23rd DiscourseNet Conference : Discourse, power and mind: between reason and emotion
Discourse can be addressed as a vehicle for power, a positioning practice which enlightens the role and the relationship among the speakers. Power is a way of defying and measure relationships and interactions between individuals. These relations and interactions lead one part to affirm its will against another part, no matter on what bases this will is grounded (Weber, 1974).
Human beings tend to adopt specific behaviours and to interact differently according to the social context they are entering. These dynamics of power may be evident in interpersonal interaction and group formation and even more in specific contexts which are characterized by an imbalanced power-holding positioning among the actors (Foucault, 1975)Since it is possible to regard these dynamics as social practices, we can postulate that power dynamics rely also on discourse practices (Fairclough, 1989; Althusser, 1970; Pêcheux, 1971). Language and communication can be seen as tools to define and convey power dynamics, as well as to establish a status quo. Hence, discourse practice analysis is a tool to approach and understand the hierarchical relations and positions in different discourse fields.
From a functional-pragmatic point of view, discourse can be seen as a verbal interaction between two actors, speaker and hearer, who are co-present in the same spatial and temporal constellation (Ehlich, 1983/2007). The propositional content of their communication is based on the mental reality of the two actors, and thus on what they already know or need to know. Most of their communication goals depend on the regulation of knowledge asymmetry they have. Power relationships can be observed in the linguistic analysis of such knowledge exchanges.
Some examples of these relations between discourse and power may be political discourse, where politicians have the means to influence people’s way of thinking and impact the life of a community, as well as pedagogical and corporate discourse where differences can be found, inter alia, in the degree of knowledge on a specific subject and in the decision-making process. Teachers, employers, team leaders or heads of services are supposed to have a broader knowledge on specific subjects than students and employees, which implies they should be more competent in evaluating ideas and other people’s work. Therefore, they occupy a prominent position in decision making and knowledge dissemination processes.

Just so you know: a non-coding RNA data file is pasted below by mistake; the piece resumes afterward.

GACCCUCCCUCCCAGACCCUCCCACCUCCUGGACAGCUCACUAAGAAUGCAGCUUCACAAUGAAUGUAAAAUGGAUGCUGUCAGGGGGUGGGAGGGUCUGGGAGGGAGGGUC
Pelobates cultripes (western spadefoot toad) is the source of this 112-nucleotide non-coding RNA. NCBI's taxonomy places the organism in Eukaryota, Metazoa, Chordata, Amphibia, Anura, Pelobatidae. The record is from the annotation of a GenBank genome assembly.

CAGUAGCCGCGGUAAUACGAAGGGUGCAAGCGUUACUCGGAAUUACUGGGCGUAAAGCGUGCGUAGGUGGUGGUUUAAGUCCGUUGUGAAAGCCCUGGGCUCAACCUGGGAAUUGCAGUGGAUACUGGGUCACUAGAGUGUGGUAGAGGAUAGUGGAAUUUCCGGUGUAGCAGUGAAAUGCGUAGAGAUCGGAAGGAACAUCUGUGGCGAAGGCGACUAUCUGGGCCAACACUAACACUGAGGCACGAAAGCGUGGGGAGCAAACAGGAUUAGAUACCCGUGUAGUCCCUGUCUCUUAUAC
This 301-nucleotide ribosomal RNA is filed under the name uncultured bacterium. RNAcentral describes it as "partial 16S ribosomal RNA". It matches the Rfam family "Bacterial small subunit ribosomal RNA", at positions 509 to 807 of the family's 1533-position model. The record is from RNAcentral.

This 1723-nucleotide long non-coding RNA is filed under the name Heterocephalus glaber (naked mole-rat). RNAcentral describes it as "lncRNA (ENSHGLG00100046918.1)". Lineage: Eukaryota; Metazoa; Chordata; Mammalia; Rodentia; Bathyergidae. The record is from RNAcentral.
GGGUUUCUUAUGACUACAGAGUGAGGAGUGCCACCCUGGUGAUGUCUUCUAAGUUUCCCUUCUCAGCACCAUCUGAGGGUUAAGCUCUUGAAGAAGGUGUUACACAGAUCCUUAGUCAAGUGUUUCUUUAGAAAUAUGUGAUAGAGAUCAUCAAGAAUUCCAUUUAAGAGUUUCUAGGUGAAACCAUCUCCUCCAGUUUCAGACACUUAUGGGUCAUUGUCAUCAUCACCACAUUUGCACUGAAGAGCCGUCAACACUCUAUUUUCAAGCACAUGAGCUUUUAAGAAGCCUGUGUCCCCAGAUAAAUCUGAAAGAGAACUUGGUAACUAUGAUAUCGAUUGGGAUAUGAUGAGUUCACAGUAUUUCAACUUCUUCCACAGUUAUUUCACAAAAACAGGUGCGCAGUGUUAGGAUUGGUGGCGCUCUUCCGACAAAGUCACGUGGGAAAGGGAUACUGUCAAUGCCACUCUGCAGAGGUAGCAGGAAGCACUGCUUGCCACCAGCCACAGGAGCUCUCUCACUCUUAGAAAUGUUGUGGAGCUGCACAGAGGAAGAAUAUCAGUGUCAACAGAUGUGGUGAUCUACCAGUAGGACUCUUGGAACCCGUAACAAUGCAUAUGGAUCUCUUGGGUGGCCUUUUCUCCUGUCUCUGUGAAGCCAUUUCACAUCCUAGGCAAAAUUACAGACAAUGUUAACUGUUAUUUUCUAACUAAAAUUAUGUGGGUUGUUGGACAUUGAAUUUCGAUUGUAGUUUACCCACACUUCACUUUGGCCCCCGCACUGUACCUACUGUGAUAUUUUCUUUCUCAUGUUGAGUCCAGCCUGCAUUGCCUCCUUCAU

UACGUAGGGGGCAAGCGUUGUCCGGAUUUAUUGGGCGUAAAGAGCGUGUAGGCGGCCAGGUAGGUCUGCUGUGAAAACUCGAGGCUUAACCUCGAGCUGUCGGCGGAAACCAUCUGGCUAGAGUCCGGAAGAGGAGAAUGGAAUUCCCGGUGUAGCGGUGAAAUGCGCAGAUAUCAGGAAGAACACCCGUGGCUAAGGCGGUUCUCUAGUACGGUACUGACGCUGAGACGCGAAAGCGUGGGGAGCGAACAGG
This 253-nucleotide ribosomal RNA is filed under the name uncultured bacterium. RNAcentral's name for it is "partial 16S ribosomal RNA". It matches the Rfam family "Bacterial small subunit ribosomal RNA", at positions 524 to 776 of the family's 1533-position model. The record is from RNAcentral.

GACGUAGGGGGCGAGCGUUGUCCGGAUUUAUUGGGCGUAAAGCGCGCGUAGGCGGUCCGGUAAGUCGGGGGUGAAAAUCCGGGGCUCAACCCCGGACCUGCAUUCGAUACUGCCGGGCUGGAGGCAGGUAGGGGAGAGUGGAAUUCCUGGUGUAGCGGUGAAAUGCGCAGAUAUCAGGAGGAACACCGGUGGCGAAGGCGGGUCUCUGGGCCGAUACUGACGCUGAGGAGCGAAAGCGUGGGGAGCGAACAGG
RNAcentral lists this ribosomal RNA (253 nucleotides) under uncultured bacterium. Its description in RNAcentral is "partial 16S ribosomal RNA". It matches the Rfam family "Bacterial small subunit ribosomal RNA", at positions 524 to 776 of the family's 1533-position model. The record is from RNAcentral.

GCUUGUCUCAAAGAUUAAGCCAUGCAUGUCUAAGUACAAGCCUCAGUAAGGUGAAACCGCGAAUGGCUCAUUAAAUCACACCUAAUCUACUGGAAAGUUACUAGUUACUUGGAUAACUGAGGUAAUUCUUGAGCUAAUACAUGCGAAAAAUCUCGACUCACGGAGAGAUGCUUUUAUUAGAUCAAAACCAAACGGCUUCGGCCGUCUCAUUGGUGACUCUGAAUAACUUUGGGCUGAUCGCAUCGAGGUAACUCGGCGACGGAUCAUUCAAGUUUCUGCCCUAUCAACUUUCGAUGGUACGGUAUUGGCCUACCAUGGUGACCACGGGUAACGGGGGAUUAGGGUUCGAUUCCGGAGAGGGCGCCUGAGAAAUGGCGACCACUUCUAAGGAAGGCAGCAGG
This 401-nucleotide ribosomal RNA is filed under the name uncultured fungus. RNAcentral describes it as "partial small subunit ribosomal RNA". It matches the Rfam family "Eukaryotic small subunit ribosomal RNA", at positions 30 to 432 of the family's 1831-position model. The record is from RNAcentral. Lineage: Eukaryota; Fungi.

The relationship between discourse and power implies an interaction between the subjects and their selves. Power positions are often held by influencing the judgment of other people, which requires dealing with their minds.
One of the factors to be taken into account when targeting one’s self is the complexity of this entity. The self is not only the set of mental schemes and operations that enable an individual to make sense of the world. It is also structured by the living experience of the outer world. This experience of the world is made possible by the physical propioception of our own body which becomes, in turn, a tool for understanding the outer world through sensations. However, reasoning and sensations aren’t the only two ways of knowing and learning. Emotions also play their part in making sense of the world. They connect or distance our body and mind from a given reality according to the positiveness or negativeness a given experience arises in our conscience. Reasoning, emotions and experiences are all actors of a power relationship: they are part of our judgmental abilities, which means they can play a significant role in power handling and in positioning practice in a power relationship.